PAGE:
Despite a rain-sprinkled weekend, Antique Engine and?Tractor Association president Kevin Bos said he was pleased with the group’s 2010 working farm show.

Despite a rain-sprinkled weekend, Antique Engine and?Tractor Association president Kevin Bos said he was pleased with the group’s 2010 working farm show.

“Attendance wise, Friday we had a record turn out and if Sunday didn’t hit a record, it was close. Saturday was down a bit because of the rain, but we still had a lot of people,” said Bos.

The working farm show was the first at the association’s new site off Route 92 in rural Geneseo and featured more than 300 display items.

“We’ve have ideas and have discussed small changes we’d like to make to help things work even better next year,” said Bos.

“Next year is our 50th anniversary, and we thought about waiting and having our first show at the new site then and doing one big celebration, but we thought that might be a bit overwhelming,” he said.

Moving to the new site for the 49th annual show “was a better idea,” said Bos. “Because it was the first year in a new location, we knew we’d have a few problems to work out, but overall, we got along quite well.”

The?Antique Engine and Tractor Association’s fall show is first and foremost a working farm show.

“Most shows either take place too early in the year or they take place on grounds where they don’t have access to tillable acreage. Since we’re a working farm show, we offer something that other shows don’t,” said Bos. “A lot of exhibitors want to come out and be able to actually use their stuff.”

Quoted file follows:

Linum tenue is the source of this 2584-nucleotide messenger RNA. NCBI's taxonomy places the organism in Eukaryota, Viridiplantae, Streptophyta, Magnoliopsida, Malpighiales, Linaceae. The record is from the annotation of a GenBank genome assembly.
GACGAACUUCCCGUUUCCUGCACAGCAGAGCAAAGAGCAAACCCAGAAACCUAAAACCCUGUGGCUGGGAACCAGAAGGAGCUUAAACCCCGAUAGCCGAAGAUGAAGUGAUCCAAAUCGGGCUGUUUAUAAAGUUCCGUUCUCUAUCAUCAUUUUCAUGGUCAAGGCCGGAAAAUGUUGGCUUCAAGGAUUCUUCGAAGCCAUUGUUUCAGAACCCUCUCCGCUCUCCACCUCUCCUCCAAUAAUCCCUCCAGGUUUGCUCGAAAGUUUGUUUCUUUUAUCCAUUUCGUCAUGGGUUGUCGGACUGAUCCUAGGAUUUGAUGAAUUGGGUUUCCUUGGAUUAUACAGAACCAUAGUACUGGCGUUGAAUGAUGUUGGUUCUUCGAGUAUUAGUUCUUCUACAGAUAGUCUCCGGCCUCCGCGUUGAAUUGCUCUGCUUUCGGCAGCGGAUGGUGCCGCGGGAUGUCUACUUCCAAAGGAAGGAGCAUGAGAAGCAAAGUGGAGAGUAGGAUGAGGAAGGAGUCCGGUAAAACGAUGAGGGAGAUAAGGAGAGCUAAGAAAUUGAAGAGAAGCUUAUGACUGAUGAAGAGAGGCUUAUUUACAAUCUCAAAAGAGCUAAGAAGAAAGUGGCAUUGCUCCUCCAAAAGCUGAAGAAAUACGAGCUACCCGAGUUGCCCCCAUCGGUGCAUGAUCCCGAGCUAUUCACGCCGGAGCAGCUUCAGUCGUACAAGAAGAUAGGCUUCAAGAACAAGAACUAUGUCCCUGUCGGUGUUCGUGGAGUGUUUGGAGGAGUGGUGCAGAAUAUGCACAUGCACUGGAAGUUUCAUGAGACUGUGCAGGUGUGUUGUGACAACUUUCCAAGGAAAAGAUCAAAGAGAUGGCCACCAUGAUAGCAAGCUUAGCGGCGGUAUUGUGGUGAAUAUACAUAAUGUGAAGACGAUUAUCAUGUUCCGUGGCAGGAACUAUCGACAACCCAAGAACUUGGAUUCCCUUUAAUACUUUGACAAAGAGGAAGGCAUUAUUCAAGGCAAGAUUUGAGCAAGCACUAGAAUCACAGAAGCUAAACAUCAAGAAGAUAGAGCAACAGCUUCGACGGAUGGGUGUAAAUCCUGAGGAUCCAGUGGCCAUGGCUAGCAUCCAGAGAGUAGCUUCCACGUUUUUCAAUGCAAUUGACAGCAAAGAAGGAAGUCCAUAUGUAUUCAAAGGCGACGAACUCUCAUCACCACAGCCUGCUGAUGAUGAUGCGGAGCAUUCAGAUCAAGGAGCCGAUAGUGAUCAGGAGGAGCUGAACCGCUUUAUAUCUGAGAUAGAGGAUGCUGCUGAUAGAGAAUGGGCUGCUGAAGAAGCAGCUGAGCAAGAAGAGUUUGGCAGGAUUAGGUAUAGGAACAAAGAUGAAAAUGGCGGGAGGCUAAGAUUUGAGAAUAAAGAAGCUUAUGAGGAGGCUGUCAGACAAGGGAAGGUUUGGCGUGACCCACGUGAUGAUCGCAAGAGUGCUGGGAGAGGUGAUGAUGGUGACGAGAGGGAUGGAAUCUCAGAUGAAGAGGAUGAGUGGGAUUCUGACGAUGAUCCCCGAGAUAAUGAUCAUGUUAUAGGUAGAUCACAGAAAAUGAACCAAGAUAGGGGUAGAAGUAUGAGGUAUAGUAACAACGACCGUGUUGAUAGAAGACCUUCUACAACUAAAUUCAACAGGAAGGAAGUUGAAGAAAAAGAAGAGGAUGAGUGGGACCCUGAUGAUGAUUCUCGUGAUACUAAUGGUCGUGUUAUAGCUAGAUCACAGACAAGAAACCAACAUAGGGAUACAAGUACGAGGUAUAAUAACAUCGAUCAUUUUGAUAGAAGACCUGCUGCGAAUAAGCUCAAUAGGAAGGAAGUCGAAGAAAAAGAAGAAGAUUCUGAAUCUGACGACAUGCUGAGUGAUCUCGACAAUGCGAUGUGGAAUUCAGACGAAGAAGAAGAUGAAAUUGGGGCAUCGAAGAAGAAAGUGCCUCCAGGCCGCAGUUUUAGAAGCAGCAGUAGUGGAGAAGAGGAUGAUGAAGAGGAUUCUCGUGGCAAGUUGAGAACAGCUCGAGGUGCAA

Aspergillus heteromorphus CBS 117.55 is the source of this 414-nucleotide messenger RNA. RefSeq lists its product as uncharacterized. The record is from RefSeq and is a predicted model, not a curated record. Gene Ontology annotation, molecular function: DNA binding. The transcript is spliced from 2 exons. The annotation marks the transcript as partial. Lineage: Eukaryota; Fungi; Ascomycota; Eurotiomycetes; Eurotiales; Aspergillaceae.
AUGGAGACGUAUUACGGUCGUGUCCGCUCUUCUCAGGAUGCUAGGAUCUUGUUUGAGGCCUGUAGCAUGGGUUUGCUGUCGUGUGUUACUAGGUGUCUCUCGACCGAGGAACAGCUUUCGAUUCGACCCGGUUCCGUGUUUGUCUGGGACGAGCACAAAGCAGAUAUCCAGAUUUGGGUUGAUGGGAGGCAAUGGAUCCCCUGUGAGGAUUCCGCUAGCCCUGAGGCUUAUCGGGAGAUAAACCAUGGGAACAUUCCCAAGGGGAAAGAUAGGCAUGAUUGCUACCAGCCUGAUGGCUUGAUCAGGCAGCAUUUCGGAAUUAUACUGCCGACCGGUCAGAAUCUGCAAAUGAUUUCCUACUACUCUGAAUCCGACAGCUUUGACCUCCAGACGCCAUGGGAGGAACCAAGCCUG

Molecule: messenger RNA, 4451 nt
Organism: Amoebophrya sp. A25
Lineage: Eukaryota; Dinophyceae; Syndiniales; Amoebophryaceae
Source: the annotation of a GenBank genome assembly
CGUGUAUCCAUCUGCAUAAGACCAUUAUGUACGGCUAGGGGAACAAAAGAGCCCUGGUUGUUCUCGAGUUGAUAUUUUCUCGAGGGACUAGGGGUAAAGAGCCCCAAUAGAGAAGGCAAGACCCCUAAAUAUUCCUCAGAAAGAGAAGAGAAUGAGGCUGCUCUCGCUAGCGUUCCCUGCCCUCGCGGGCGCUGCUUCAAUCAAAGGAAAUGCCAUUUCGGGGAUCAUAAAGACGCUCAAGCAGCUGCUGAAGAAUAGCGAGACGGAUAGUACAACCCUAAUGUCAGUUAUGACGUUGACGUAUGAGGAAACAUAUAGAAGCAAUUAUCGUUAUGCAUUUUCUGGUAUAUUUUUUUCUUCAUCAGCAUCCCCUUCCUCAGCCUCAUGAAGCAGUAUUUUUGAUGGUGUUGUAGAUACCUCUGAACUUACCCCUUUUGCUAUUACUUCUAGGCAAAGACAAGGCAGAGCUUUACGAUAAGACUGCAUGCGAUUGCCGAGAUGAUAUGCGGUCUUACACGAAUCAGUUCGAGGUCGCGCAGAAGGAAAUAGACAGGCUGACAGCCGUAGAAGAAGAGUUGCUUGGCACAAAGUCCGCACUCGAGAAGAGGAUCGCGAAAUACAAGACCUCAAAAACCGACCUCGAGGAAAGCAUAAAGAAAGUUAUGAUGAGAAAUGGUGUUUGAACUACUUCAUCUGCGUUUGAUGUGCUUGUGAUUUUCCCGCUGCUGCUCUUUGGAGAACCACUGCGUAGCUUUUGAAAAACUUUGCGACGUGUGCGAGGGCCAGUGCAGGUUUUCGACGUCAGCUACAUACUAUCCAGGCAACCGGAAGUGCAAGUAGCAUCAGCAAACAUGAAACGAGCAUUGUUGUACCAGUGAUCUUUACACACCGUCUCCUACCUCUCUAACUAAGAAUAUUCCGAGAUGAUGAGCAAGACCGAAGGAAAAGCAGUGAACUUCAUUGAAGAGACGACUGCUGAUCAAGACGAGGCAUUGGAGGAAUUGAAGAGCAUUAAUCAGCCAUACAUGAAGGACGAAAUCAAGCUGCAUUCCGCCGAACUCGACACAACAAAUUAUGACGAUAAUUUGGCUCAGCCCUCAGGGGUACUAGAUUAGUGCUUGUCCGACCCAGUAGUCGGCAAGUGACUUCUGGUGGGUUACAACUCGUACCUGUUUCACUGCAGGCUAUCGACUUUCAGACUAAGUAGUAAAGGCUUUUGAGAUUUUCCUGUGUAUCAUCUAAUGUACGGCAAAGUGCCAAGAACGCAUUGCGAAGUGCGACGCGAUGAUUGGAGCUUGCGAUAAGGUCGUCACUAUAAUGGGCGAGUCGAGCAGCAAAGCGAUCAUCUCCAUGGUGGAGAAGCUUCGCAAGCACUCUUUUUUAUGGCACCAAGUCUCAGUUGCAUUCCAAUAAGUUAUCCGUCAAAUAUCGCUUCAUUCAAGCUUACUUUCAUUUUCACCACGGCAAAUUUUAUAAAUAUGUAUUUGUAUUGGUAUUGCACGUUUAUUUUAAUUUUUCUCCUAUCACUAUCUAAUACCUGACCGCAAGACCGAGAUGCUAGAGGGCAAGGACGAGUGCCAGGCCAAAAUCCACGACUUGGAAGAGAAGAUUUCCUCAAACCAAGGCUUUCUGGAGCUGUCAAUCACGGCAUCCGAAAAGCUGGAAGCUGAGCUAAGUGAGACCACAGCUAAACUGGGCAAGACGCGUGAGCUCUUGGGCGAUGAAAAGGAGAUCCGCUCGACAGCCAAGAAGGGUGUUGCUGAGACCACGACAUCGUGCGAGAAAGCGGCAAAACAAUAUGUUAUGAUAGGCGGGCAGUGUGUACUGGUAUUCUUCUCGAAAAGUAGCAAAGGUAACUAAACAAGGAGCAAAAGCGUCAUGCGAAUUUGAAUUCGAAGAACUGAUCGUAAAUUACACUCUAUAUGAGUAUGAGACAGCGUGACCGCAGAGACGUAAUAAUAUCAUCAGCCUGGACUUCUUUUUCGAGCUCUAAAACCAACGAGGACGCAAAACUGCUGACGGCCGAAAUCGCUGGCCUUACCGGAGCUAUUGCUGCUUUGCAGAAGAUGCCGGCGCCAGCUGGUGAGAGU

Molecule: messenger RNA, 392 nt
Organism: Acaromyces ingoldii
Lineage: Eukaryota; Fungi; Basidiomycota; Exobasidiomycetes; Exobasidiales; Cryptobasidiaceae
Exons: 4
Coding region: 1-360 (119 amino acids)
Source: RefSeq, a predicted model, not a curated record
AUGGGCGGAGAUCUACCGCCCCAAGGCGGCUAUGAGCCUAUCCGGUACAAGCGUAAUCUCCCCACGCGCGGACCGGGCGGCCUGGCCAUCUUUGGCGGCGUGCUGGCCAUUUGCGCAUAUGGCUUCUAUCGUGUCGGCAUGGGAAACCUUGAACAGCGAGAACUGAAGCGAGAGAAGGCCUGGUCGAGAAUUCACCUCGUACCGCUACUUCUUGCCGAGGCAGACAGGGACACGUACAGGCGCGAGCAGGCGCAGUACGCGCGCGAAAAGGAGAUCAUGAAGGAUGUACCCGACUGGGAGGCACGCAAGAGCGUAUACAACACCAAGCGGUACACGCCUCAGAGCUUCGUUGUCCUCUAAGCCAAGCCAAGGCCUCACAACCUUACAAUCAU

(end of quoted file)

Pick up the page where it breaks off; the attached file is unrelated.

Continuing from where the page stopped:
In addition to the antique mechanical equipment working the fields, this year’s show featured horse-drawn implements.

“The horses were a very big draw. You were able to be out next to them and actually hear the plow cutting through the roots as the horses passed by. You don’t hear that with a tractor and plow,” said Bos.

“I think those who had the horses also appreciated that we didn’t put a time limit on their demonstrations. We just said ‘Here’s your field, feel free to work until the horses are tired,’ and that’s what they did,” Bos explained.

Using the antique equipment in the fields brings back memories for many watching the demonstrations. “It’s amazing the stories you’ll hear about the equipment from those at the show,” said Bos.?“They remember their grandfathers or their dads or uncles using the equipment.”

Bos said plans for future shows involve more education as to work being done. “We try to have people on our people movers who are knowledgeable and can explain to people what’s being done, but we probably don’t do near as good a job at educating as we should,” he said.

“We try to do our demonstrations slowly and in one direction so people can flag you down and ask questions if they want.”

Bos said board members have discussed incorporating more hands-on educational experiences at the show in the future.

“Preserving the heritage is important, but it’s also important for people to understand what it is you’re doing,” he said.

Other demonstrations at the show included blacksmith work,  loom weaving and wood turning. “At those displays, visitors were able to go up and interact with the demonstrators,” said Bos. “Ideally, we’re trying to get to the point where people can come to the show and feel like they’ve stepped back to life in the 1930s or 1940s.”

Though much of the equipment at the show is from those eras, some pieces, such as the steam engines, are more turn-of-the-century.

“We had five steam tractors out this year. It’s a struggle for a lot of clubs to even get one, but I think they like coming to our show and knowing they can

With the 2010 show at a close, Bos and other association members are now looking toward the 2011 show. “We already have ideas for next year,” he said.